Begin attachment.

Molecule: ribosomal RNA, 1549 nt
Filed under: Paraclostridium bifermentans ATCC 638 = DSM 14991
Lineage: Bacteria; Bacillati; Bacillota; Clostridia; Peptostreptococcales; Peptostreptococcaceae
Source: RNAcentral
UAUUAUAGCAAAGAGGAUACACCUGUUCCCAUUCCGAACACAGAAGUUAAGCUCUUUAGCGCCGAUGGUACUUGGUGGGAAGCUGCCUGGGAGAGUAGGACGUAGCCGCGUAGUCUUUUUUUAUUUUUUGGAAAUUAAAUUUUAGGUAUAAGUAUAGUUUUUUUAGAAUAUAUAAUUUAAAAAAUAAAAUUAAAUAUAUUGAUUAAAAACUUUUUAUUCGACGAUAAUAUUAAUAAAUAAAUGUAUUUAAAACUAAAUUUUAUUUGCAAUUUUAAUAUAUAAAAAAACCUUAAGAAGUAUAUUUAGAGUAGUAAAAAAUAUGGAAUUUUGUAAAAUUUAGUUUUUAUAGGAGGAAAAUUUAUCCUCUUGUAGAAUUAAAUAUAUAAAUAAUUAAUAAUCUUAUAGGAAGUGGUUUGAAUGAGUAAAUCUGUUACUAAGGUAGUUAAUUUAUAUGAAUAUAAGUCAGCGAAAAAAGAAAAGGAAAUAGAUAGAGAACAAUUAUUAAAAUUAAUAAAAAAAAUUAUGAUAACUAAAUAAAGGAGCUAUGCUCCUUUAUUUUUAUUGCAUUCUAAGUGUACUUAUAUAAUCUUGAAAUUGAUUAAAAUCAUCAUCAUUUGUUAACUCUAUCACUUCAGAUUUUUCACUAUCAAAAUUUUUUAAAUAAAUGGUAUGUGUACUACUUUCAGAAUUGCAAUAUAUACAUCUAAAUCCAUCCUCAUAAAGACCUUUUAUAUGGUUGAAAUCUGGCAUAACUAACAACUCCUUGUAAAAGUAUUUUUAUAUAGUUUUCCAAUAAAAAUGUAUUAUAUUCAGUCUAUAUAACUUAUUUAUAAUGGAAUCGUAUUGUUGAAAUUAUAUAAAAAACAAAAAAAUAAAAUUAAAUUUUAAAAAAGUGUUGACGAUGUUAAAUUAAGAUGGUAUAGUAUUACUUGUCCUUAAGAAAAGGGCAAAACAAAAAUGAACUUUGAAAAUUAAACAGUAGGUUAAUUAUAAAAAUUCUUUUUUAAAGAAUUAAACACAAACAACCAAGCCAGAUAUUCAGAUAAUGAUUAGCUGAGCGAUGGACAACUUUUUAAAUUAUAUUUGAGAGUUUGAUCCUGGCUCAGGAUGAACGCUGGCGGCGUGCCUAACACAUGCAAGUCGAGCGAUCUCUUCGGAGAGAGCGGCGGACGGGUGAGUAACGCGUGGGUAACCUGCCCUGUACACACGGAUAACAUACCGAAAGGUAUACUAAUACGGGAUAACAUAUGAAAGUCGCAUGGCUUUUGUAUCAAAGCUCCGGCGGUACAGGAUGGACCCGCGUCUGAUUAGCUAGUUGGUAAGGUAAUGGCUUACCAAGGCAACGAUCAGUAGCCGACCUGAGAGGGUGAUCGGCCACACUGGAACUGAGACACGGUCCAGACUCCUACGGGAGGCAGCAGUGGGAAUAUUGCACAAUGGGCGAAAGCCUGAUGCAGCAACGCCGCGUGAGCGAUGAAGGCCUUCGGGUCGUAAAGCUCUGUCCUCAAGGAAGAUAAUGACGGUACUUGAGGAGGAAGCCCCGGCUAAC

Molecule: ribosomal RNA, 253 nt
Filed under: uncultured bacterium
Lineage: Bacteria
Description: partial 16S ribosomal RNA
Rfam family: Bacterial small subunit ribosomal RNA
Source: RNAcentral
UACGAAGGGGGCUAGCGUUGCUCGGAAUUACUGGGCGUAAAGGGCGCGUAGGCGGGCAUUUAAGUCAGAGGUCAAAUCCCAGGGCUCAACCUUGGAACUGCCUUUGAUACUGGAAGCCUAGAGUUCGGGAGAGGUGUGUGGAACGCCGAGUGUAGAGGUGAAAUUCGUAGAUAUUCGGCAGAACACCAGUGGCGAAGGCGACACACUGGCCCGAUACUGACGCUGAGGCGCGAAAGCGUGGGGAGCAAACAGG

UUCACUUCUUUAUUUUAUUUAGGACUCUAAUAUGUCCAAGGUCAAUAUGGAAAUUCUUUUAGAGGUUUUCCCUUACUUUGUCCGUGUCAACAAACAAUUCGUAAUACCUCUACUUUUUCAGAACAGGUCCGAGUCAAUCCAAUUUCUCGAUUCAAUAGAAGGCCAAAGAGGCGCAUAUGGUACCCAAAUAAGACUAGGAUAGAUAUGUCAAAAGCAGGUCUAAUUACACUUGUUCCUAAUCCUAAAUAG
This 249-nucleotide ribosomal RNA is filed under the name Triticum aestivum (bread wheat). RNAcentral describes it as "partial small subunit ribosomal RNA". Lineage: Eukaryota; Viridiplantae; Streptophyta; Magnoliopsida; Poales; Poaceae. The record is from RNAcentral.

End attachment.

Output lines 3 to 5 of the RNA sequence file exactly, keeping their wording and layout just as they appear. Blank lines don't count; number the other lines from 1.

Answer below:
Lineage: Bacteria; Bacillati; Bacillota; Clostridia; Peptostreptococcales; Peptostreptococcaceae
Source: RNAcentral
UAUUAUAGCAAAGAGGAUACACCUGUUCCCAUUCCGAACACAGAAGUUAAGCUCUUUAGCGCCGAUGGUACUUGGUGGGAAGCUGCCUGGGAGAGUAGGACGUAGCCGCGUAGUCUUUUUUUAUUUUUUGGAAAUUAAAUUUUAGGUAUAAGUAUAGUUUUUUUAGAAUAUAUAAUUUAAAAAAUAAAAUUAAAUAUAUUGAUUAAAAACUUUUUAUUCGACGAUAAUAUUAAUAAAUAAAUGUAUUUAAAACUAAAUUUUAUUUGCAAUUUUAAUAUAUAAAAAAACCUUAAGAAGUAUAUUUAGAGUAGUAAAAAAUAUGGAAUUUUGUAAAAUUUAGUUUUUAUAGGAGGAAAAUUUAUCCUCUUGUAGAAUUAAAUAUAUAAAUAAUUAAUAAUCUUAUAGGAAGUGGUUUGAAUGAGUAAAUCUGUUACUAAGGUAGUUAAUUUAUAUGAAUAUAAGUCAGCGAAAAAAGAAAAGGAAAUAGAUAGAGAACAAUUAUUAAAAUUAAUAAAAAAAAUUAUGAUAACUAAAUAAAGGAGCUAUGCUCCUUUAUUUUUAUUGCAUUCUAAGUGUACUUAUAUAAUCUUGAAAUUGAUUAAAAUCAUCAUCAUUUGUUAACUCUAUCACUUCAGAUUUUUCACUAUCAAAAUUUUUUAAAUAAAUGGUAUGUGUACUACUUUCAGAAUUGCAAUAUAUACAUCUAAAUCCAUCCUCAUAAAGACCUUUUAUAUGGUUGAAAUCUGGCAUAACUAACAACUCCUUGUAAAAGUAUUUUUAUAUAGUUUUCCAAUAAAAAUGUAUUAUAUUCAGUCUAUAUAACUUAUUUAUAAUGGAAUCGUAUUGUUGAAAUUAUAUAAAAAACAAAAAAAUAAAAUUAAAUUUUAAAAAAGUGUUGACGAUGUUAAAUUAAGAUGGUAUAGUAUUACUUGUCCUUAAGAAAAGGGCAAAACAAAAAUGAACUUUGAAAAUUAAACAGUAGGUUAAUUAUAAAAAUUCUUUUUUAAAGAAUUAAACACAAACAACCAAGCCAGAUAUUCAGAUAAUGAUUAGCUGAGCGAUGGACAACUUUUUAAAUUAUAUUUGAGAGUUUGAUCCUGGCUCAGGAUGAACGCUGGCGGCGUGCCUAACACAUGCAAGUCGAGCGAUCUCUUCGGAGAGAGCGGCGGACGGGUGAGUAACGCGUGGGUAACCUGCCCUGUACACACGGAUAACAUACCGAAAGGUAUACUAAUACGGGAUAACAUAUGAAAGUCGCAUGGCUUUUGUAUCAAAGCUCCGGCGGUACAGGAUGGACCCGCGUCUGAUUAGCUAGUUGGUAAGGUAAUGGCUUACCAAGGCAACGAUCAGUAGCCGACCUGAGAGGGUGAUCGGCCACACUGGAACUGAGACACGGUCCAGACUCCUACGGGAGGCAGCAGUGGGAAUAUUGCACAAUGGGCGAAAGCCUGAUGCAGCAACGCCGCGUGAGCGAUGAAGGCCUUCGGGUCGUAAAGCUCUGUCCUCAAGGAAGAUAAUGACGGUACUUGAGGAGGAAGCCCCGGCUAAC